“A Piece of the Action” / “Batman’s Satisfaction”
Written by Charles Hoffman
Directed by Oscar Rudolph
Season 2, Episodes 51 and 52
Production code 9751
Original air dates: March 1 and 2, 1967
The Bat-signal: The Green Hornet and Kato arrive at midnight at the Pink Chip Stamp Factory. The factory foreman, Colonel Gumm, is having a midnight snack of alphabet soup, which is interrupted by their arrival, and fisticuffs briefly ensue before the masked men depart. Kato questions their early departure, but the Hornet says they have what they need—this is definitely the counterfeit stamp ring they’ve been looking for, and they can wrap it up tomorrow.
In the morning, the factory’s owner, Pinky Pinkston—who has pink hair and a pink dog—calls Gordon to report the break-in by the Hornet and Kato (against Gumm’s better judgment). Gordon immediately calls Batman, interrupting Bruce, Dick, and Harriet messing with Bruce’s stamp collection. As Bruce goes to the study to answer the Bat-phone, Britt Reid, the Hornet’s secret ID, calls Wayne Manor’s main phone and speaks to Harriet. He wants to get together with Bruce while he’s in town for the newspaper publisher’s convention. Harriet sends Alfred to tell Bruce, and Bruce tells Alfred to say he’ll call Reid back.
Bruce has a lunch date with Pinkston. Reid also wants a date with her, but this is the only day he’s free, so Pinskton—who enjoys a good rivalry—invites him to come along as well.
Batman, Robin, Gordon, and O’Hara speculate about why the Hornet might be in town, and in particular why he might target the Pink Chip Stamp Factory. One possibility is a rare stamp owned by Pinkston’s father, Pincus Pinkston, which has been missing since he died.
They’re interrupted by Reid’s arrival. Reid expresses shock—shock!—that the Hornet’s in town.
Gumm plans to rob the International Stamp Exhibition in a few days, which will allow him to give up this counterfeiting and retire rich. Pinkston arrives down her private staircase (handily labelled with a sign that says “Miss Pinkston’s Private Staircase”), and Gumm urges the henchmen to “Look busy—and honest!” She has learned that the intruders from the previous night are the Green Hornet and Kato. (But didn’t she already know that? If not, how did Gordon know to tell Batman that it was the Hornet?)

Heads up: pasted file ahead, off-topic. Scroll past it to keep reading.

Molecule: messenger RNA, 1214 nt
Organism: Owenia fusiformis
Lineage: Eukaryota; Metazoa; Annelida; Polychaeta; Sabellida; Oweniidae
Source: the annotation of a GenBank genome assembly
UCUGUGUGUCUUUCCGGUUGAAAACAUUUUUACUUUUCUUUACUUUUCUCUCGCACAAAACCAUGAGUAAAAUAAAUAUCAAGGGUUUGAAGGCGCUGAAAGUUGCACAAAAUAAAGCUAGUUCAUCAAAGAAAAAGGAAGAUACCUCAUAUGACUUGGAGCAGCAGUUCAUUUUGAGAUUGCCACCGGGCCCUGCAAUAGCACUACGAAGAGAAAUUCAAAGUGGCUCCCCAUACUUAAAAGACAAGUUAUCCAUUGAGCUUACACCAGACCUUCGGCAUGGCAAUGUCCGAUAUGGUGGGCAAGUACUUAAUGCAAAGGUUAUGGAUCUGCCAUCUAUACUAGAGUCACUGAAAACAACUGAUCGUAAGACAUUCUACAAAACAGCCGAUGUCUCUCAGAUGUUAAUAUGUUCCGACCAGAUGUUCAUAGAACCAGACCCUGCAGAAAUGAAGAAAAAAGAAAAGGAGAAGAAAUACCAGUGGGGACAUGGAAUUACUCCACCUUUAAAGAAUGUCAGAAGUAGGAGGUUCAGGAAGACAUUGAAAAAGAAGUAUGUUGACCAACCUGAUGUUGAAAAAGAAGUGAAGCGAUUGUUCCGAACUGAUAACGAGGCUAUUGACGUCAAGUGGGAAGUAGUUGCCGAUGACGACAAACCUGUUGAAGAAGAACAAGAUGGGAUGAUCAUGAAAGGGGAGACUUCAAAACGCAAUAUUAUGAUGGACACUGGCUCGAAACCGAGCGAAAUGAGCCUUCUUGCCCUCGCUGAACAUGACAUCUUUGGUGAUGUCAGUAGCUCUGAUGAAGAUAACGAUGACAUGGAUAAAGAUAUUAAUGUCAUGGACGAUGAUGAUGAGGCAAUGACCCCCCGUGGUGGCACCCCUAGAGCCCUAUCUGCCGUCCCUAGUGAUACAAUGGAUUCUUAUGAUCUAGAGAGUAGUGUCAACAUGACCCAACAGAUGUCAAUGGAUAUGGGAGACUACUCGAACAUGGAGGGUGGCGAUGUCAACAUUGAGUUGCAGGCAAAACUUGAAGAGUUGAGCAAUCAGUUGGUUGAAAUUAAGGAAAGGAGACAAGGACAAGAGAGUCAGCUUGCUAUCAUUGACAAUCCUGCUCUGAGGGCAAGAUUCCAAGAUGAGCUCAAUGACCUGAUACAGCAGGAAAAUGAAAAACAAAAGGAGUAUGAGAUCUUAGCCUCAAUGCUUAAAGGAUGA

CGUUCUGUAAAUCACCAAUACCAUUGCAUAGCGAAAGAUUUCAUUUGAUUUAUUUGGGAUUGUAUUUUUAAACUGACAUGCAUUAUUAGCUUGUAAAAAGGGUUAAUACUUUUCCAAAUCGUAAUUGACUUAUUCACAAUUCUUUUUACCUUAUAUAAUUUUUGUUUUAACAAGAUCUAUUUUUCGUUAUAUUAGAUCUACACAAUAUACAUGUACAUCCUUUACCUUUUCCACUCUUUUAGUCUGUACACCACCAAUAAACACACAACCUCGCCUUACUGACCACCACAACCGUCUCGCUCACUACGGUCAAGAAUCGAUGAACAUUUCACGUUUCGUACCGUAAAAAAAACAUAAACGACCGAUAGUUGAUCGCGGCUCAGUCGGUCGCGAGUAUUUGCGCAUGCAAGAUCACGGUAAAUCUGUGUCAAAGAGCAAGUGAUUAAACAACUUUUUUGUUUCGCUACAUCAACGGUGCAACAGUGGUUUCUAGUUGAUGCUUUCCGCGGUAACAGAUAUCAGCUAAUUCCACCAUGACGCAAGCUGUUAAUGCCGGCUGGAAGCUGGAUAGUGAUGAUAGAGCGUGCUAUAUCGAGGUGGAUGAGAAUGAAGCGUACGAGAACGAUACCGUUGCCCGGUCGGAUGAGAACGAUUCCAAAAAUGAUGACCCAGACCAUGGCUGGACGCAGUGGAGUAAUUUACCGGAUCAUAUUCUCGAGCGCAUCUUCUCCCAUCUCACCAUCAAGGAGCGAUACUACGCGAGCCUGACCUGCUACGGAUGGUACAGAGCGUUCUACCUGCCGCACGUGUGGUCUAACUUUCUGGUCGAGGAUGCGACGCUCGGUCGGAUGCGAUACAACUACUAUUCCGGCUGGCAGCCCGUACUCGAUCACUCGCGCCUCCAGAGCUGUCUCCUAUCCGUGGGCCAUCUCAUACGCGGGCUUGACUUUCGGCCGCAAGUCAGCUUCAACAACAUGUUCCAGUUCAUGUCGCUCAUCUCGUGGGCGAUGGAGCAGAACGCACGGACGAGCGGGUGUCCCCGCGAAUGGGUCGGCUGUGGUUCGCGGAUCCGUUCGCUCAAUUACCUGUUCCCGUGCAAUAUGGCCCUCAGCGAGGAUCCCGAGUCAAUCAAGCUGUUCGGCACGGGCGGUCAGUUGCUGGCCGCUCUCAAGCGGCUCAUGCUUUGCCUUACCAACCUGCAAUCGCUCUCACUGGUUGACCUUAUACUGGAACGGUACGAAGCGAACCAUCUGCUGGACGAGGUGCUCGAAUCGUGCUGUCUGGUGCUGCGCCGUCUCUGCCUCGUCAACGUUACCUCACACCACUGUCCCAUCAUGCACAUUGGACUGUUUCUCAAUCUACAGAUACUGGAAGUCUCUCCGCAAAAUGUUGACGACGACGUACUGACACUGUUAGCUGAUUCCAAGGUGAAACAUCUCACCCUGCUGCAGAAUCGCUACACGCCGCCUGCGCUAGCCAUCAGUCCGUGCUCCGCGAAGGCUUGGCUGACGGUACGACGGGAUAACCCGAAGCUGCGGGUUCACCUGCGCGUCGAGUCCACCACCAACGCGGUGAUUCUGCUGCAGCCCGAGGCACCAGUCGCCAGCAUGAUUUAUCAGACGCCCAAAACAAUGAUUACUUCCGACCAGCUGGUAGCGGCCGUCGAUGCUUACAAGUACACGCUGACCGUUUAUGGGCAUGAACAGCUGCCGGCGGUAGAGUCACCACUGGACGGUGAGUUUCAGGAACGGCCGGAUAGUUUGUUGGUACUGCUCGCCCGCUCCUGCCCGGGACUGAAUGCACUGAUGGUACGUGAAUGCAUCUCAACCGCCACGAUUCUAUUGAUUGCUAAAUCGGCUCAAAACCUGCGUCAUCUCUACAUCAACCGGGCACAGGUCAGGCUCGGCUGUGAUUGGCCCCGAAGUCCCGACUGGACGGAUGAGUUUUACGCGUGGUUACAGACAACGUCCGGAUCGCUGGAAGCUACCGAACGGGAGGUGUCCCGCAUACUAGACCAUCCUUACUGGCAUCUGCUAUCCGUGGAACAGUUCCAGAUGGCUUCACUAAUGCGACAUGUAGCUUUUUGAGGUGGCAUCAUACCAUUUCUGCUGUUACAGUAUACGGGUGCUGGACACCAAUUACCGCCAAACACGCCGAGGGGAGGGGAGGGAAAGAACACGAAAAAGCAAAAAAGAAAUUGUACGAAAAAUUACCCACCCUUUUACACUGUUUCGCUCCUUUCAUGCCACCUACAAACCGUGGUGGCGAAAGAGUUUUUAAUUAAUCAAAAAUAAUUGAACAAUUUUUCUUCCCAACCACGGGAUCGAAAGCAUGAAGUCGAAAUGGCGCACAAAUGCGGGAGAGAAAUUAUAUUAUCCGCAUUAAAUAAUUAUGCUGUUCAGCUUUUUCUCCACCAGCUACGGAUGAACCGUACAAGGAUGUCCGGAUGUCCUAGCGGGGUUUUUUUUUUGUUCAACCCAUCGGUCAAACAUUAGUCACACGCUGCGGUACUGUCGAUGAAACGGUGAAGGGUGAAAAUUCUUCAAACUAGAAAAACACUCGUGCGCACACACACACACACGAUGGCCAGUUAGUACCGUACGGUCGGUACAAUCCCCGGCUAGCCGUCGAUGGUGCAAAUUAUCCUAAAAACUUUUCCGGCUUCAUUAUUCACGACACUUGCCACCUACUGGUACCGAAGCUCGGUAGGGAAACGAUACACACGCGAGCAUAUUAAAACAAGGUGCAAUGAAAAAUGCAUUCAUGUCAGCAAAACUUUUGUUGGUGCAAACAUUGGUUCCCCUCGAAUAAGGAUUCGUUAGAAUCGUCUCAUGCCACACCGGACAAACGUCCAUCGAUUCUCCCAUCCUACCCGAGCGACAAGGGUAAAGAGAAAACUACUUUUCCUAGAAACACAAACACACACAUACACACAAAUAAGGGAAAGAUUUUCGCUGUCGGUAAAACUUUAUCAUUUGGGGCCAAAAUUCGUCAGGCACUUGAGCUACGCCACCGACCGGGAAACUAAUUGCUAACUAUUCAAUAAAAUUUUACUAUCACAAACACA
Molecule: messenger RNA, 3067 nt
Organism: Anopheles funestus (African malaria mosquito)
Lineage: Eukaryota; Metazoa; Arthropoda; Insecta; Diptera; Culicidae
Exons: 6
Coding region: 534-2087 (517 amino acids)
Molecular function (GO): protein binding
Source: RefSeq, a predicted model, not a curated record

The Batcomputer fails to help with identifying the Hornet and Kato because it doesn’t have a dual identity bat-sensor. And they have to go off to their civilian responsibilities—Bruce to have lunch with Reid and Pinkston, Dick to his French tutoring.
The lunch is held at the Gotham Hampshire Hotel, where a lingerie show is going on for whatever reason. After Pinkston goes off to give her pink dog Apricot a pedicure, the two millionaires head to Sevaroff’s Stamp Shop, as both of them have stamps in their collections that they think might be fake. Throughout the lunch, Gumm has been eavesdropping while disguised as an older British gentleman.
Boris Sevaroff, the owner of Sevaroff’s Stamp Shop, is also Gumm in disguise, and he assures Bruce that the stamp he bought is genuine. But the concern over the possible fakery means he needs to up his timetable.
However, Pinkston overhears the henchmen talking to Gumm, and upon the latter’s return to the factory, she confronts him, and he imprisons her in his office.
The Hornet and Kato head out to deal with Gumm. Hornet saw through Gumm’s disguise as Sevaroff, and plans to put the counterfeit ring out of business. However, since the world sees them as criminals, he’s worried that they’ll cross paths with Batman and Robin. Not wanting to harm a fellow hero, even if he doesn’t know Hornet’s a good guy, he puts his Hornet sting on half-power.